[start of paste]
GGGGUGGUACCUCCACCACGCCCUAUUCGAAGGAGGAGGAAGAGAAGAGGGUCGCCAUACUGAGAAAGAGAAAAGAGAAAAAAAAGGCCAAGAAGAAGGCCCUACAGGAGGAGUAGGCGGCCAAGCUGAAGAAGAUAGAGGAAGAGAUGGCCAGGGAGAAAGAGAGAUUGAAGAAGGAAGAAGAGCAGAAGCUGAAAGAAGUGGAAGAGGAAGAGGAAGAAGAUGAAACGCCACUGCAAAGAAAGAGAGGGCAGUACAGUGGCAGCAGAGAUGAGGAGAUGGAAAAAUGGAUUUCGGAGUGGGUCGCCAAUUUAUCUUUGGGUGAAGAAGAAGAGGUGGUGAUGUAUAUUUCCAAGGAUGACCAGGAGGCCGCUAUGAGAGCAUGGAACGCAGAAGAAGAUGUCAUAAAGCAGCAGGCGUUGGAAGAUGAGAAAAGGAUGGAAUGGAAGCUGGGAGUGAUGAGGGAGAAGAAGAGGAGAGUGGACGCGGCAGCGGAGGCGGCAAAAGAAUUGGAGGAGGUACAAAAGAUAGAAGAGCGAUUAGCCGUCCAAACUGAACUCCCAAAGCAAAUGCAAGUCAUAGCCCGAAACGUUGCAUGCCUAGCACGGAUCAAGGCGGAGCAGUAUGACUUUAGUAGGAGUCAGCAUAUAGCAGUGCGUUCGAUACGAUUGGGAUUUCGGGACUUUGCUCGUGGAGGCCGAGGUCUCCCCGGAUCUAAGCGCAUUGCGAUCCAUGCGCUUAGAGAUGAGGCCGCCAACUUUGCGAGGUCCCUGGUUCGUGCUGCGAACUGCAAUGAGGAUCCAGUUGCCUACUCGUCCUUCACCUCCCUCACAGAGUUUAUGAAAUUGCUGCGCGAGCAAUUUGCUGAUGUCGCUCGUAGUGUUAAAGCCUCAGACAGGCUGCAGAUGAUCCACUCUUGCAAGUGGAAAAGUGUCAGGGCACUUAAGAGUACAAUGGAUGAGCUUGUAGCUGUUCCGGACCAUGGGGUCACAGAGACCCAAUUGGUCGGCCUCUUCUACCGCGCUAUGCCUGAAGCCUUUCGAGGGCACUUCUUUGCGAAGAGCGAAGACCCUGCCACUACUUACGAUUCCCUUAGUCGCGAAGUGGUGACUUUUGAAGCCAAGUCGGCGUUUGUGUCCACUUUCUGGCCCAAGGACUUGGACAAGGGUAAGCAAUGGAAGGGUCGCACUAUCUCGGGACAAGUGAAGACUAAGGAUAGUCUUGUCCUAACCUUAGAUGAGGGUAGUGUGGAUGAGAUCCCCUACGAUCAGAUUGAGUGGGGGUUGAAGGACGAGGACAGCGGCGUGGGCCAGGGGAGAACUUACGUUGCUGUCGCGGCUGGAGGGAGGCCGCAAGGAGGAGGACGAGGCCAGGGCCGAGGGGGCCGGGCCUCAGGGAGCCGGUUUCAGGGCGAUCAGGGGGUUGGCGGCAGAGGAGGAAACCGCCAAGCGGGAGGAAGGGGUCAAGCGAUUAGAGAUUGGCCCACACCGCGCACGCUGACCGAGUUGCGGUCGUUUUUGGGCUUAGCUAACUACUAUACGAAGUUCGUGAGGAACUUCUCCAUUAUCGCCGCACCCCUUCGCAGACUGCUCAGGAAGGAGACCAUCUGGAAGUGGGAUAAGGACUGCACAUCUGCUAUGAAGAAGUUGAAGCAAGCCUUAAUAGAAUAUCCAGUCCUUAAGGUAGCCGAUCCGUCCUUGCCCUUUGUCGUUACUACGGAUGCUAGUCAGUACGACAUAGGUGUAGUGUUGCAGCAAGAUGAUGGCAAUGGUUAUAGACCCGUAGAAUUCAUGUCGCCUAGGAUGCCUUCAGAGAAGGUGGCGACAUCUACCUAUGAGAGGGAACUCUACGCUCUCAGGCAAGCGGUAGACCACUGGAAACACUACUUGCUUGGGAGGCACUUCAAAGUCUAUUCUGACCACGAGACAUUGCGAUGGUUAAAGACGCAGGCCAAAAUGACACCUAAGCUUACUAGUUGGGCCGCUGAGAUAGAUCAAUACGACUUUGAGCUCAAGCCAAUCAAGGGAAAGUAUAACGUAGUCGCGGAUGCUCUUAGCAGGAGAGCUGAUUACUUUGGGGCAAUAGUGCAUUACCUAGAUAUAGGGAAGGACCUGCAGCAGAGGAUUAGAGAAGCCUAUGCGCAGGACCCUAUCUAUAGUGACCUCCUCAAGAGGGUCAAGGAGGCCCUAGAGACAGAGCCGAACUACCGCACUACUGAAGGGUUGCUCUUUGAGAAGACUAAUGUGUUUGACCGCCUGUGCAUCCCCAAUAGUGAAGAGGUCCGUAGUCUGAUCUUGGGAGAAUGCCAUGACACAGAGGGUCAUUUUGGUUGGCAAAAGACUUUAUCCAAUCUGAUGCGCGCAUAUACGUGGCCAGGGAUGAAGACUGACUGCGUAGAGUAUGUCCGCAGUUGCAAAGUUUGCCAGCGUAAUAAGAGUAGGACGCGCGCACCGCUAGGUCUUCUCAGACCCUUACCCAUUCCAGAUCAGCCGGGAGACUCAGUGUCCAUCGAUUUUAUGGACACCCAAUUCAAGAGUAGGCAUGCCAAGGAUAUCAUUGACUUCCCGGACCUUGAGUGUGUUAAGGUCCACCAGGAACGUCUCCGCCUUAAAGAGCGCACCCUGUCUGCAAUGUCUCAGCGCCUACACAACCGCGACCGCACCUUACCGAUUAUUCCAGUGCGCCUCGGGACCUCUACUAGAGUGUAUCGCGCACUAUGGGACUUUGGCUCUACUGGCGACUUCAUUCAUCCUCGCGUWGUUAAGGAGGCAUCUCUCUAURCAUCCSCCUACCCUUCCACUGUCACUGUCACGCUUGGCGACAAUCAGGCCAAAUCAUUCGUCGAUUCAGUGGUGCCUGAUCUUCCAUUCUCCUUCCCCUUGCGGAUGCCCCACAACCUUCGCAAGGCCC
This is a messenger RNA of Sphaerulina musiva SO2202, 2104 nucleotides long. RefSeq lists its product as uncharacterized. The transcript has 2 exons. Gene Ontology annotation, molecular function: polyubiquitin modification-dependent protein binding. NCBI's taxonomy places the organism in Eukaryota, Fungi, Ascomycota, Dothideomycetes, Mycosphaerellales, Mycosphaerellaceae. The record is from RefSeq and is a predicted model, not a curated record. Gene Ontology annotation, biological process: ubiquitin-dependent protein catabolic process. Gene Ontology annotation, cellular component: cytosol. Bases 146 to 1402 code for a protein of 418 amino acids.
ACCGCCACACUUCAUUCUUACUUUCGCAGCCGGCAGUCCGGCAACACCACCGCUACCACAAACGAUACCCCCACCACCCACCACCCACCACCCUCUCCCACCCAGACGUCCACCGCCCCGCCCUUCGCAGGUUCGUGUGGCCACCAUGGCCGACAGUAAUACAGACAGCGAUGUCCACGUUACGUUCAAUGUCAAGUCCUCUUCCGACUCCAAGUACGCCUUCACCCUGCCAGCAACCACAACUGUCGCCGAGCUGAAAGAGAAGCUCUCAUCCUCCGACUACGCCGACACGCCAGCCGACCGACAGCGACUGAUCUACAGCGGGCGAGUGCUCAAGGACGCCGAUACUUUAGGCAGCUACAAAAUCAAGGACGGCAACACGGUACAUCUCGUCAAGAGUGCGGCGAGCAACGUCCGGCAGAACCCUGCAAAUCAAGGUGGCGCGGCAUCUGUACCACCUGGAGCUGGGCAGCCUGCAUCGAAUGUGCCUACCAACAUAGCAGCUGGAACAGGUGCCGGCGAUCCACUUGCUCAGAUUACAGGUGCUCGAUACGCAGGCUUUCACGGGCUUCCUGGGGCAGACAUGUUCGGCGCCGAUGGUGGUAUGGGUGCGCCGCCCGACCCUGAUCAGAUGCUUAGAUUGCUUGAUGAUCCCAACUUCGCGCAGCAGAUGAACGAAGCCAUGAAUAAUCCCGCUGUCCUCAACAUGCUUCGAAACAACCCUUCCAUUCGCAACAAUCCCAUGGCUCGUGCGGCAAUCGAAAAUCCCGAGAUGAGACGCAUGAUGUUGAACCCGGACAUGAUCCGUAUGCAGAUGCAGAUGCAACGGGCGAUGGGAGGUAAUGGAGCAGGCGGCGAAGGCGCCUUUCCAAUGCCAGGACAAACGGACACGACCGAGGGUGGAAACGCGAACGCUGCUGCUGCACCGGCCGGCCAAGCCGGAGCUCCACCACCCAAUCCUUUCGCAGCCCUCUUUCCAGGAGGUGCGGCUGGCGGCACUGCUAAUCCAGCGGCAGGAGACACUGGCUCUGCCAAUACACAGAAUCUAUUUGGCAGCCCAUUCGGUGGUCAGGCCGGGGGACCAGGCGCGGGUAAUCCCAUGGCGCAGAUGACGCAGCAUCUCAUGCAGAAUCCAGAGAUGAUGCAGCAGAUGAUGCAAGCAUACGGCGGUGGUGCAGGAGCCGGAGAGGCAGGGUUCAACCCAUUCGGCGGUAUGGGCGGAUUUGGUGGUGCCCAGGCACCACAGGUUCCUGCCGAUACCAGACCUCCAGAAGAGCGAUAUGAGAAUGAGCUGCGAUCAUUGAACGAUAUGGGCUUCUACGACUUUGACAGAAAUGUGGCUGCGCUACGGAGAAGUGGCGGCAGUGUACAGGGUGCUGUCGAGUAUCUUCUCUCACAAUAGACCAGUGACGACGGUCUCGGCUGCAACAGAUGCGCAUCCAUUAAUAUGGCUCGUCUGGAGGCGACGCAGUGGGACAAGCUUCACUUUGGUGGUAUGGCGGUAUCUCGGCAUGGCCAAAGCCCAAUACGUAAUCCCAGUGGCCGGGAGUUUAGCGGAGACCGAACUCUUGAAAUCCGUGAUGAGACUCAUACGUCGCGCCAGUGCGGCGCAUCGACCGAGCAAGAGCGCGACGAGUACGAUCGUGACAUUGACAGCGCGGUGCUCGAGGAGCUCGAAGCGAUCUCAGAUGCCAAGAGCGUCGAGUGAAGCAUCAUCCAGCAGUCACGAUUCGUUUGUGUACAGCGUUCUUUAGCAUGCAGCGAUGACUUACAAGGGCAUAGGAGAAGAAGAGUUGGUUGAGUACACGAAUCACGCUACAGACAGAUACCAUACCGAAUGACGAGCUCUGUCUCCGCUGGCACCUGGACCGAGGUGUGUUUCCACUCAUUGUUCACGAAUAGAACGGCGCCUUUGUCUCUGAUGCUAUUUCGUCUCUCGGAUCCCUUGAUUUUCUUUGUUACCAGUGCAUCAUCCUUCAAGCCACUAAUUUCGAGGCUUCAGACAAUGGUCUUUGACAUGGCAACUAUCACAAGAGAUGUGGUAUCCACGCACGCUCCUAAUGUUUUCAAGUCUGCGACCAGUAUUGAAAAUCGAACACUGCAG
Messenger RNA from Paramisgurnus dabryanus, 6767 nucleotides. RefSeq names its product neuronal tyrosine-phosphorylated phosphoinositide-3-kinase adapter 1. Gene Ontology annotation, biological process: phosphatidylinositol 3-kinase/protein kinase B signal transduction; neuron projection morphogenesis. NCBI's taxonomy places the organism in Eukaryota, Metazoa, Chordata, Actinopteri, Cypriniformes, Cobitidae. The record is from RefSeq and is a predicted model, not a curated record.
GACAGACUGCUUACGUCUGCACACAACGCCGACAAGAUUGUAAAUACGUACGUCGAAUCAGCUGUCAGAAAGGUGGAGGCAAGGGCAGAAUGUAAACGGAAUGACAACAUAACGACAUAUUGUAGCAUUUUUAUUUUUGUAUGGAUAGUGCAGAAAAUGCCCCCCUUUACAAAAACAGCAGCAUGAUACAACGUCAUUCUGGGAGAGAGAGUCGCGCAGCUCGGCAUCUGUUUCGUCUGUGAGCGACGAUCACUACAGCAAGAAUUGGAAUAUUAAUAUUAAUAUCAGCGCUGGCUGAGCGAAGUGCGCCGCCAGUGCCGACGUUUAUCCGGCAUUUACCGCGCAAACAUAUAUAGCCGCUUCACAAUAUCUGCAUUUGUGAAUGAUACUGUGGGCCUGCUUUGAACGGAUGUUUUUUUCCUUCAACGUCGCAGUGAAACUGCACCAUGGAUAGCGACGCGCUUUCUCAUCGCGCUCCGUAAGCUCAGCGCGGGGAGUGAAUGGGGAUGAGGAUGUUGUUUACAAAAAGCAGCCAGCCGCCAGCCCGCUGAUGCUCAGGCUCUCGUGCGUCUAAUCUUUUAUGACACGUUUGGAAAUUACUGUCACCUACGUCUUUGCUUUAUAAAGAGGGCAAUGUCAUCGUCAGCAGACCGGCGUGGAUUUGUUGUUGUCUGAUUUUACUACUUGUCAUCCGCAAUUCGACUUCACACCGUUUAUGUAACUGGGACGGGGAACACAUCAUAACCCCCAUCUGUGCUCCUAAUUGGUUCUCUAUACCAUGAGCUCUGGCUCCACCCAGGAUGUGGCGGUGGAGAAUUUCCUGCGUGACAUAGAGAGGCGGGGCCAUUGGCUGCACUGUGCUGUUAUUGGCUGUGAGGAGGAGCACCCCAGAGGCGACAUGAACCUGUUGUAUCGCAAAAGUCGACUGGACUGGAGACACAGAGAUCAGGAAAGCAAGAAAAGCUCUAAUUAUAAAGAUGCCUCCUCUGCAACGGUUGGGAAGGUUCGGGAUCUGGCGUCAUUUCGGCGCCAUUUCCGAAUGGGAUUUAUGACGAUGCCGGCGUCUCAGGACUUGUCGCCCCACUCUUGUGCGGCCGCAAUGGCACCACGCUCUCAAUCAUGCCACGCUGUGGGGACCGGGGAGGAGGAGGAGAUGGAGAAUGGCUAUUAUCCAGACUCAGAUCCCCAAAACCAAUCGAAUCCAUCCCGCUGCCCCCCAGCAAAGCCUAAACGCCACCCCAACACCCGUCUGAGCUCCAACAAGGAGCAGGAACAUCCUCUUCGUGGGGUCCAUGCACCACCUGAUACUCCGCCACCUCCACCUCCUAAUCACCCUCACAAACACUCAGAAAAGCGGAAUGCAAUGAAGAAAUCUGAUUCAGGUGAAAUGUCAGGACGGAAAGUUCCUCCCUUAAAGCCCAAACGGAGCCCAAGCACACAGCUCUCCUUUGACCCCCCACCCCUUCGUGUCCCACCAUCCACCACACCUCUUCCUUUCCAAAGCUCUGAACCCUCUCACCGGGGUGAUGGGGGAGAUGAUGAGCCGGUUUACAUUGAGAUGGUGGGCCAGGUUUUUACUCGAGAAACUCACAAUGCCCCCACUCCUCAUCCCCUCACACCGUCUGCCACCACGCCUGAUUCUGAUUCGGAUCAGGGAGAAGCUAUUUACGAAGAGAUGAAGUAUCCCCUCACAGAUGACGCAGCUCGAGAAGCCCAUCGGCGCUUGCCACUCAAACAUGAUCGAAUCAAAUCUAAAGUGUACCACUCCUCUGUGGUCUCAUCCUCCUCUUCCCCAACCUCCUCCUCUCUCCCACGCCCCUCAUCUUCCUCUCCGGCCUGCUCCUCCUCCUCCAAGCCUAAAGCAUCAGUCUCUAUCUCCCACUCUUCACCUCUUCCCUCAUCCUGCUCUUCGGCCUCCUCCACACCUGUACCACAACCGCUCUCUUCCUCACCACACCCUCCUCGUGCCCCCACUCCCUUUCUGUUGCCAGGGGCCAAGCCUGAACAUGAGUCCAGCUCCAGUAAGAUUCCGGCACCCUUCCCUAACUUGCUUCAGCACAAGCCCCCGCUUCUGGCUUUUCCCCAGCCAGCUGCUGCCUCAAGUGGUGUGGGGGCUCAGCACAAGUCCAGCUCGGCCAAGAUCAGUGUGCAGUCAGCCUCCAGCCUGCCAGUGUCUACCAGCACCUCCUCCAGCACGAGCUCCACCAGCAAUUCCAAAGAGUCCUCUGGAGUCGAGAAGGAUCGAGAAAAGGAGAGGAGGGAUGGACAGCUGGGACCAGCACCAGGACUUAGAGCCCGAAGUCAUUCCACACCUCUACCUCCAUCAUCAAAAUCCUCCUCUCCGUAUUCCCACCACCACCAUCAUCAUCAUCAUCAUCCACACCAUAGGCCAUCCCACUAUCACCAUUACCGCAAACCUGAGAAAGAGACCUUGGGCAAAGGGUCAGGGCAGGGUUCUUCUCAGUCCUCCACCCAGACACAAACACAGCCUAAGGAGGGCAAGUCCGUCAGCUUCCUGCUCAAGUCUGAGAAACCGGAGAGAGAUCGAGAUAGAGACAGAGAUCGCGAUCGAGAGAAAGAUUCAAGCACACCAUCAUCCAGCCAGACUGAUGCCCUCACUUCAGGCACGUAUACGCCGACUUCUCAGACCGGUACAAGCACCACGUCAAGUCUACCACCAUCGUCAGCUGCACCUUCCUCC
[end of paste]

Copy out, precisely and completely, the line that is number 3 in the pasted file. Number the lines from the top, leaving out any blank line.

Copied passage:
ACCGCCACACUUCAUUCUUACUUUCGCAGCCGGCAGUCCGGCAACACCACCGCUACCACAAACGAUACCCCCACCACCCACCACCCACCACCCUCUCCCACCCAGACGUCCACCGCCCCGCCCUUCGCAGGUUCGUGUGGCCACCAUGGCCGACAGUAAUACAGACAGCGAUGUCCACGUUACGUUCAAUGUCAAGUCCUCUUCCGACUCCAAGUACGCCUUCACCCUGCCAGCAACCACAACUGUCGCCGAGCUGAAAGAGAAGCUCUCAUCCUCCGACUACGCCGACACGCCAGCCGACCGACAGCGACUGAUCUACAGCGGGCGAGUGCUCAAGGACGCCGAUACUUUAGGCAGCUACAAAAUCAAGGACGGCAACACGGUACAUCUCGUCAAGAGUGCGGCGAGCAACGUCCGGCAGAACCCUGCAAAUCAAGGUGGCGCGGCAUCUGUACCACCUGGAGCUGGGCAGCCUGCAUCGAAUGUGCCUACCAACAUAGCAGCUGGAACAGGUGCCGGCGAUCCACUUGCUCAGAUUACAGGUGCUCGAUACGCAGGCUUUCACGGGCUUCCUGGGGCAGACAUGUUCGGCGCCGAUGGUGGUAUGGGUGCGCCGCCCGACCCUGAUCAGAUGCUUAGAUUGCUUGAUGAUCCCAACUUCGCGCAGCAGAUGAACGAAGCCAUGAAUAAUCCCGCUGUCCUCAACAUGCUUCGAAACAACCCUUCCAUUCGCAACAAUCCCAUGGCUCGUGCGGCAAUCGAAAAUCCCGAGAUGAGACGCAUGAUGUUGAACCCGGACAUGAUCCGUAUGCAGAUGCAGAUGCAACGGGCGAUGGGAGGUAAUGGAGCAGGCGGCGAAGGCGCCUUUCCAAUGCCAGGACAAACGGACACGACCGAGGGUGGAAACGCGAACGCUGCUGCUGCACCGGCCGGCCAAGCCGGAGCUCCACCACCCAAUCCUUUCGCAGCCCUCUUUCCAGGAGGUGCGGCUGGCGGCACUGCUAAUCCAGCGGCAGGAGACACUGGCUCUGCCAAUACACAGAAUCUAUUUGGCAGCCCAUUCGGUGGUCAGGCCGGGGGACCAGGCGCGGGUAAUCCCAUGGCGCAGAUGACGCAGCAUCUCAUGCAGAAUCCAGAGAUGAUGCAGCAGAUGAUGCAAGCAUACGGCGGUGGUGCAGGAGCCGGAGAGGCAGGGUUCAACCCAUUCGGCGGUAUGGGCGGAUUUGGUGGUGCCCAGGCACCACAGGUUCCUGCCGAUACCAGACCUCCAGAAGAGCGAUAUGAGAAUGAGCUGCGAUCAUUGAACGAUAUGGGCUUCUACGACUUUGACAGAAAUGUGGCUGCGCUACGGAGAAGUGGCGGCAGUGUACAGGGUGCUGUCGAGUAUCUUCUCUCACAAUAGACCAGUGACGACGGUCUCGGCUGCAACAGAUGCGCAUCCAUUAAUAUGGCUCGUCUGGAGGCGACGCAGUGGGACAAGCUUCACUUUGGUGGUAUGGCGGUAUCUCGGCAUGGCCAAAGCCCAAUACGUAAUCCCAGUGGCCGGGAGUUUAGCGGAGACCGAACUCUUGAAAUCCGUGAUGAGACUCAUACGUCGCGCCAGUGCGGCGCAUCGACCGAGCAAGAGCGCGACGAGUACGAUCGUGACAUUGACAGCGCGGUGCUCGAGGAGCUCGAAGCGAUCUCAGAUGCCAAGAGCGUCGAGUGAAGCAUCAUCCAGCAGUCACGAUUCGUUUGUGUACAGCGUUCUUUAGCAUGCAGCGAUGACUUACAAGGGCAUAGGAGAAGAAGAGUUGGUUGAGUACACGAAUCACGCUACAGACAGAUACCAUACCGAAUGACGAGCUCUGUCUCCGCUGGCACCUGGACCGAGGUGUGUUUCCACUCAUUGUUCACGAAUAGAACGGCGCCUUUGUCUCUGAUGCUAUUUCGUCUCUCGGAUCCCUUGAUUUUCUUUGUUACCAGUGCAUCAUCCUUCAAGCCACUAAUUUCGAGGCUUCAGACAAUGGUCUUUGACAUGGCAACUAUCACAAGAGAUGUGGUAUCCACGCACGCUCCUAAUGUUUUCAAGUCUGCGACCAGUAUUGAAAAUCGAACACUGCAG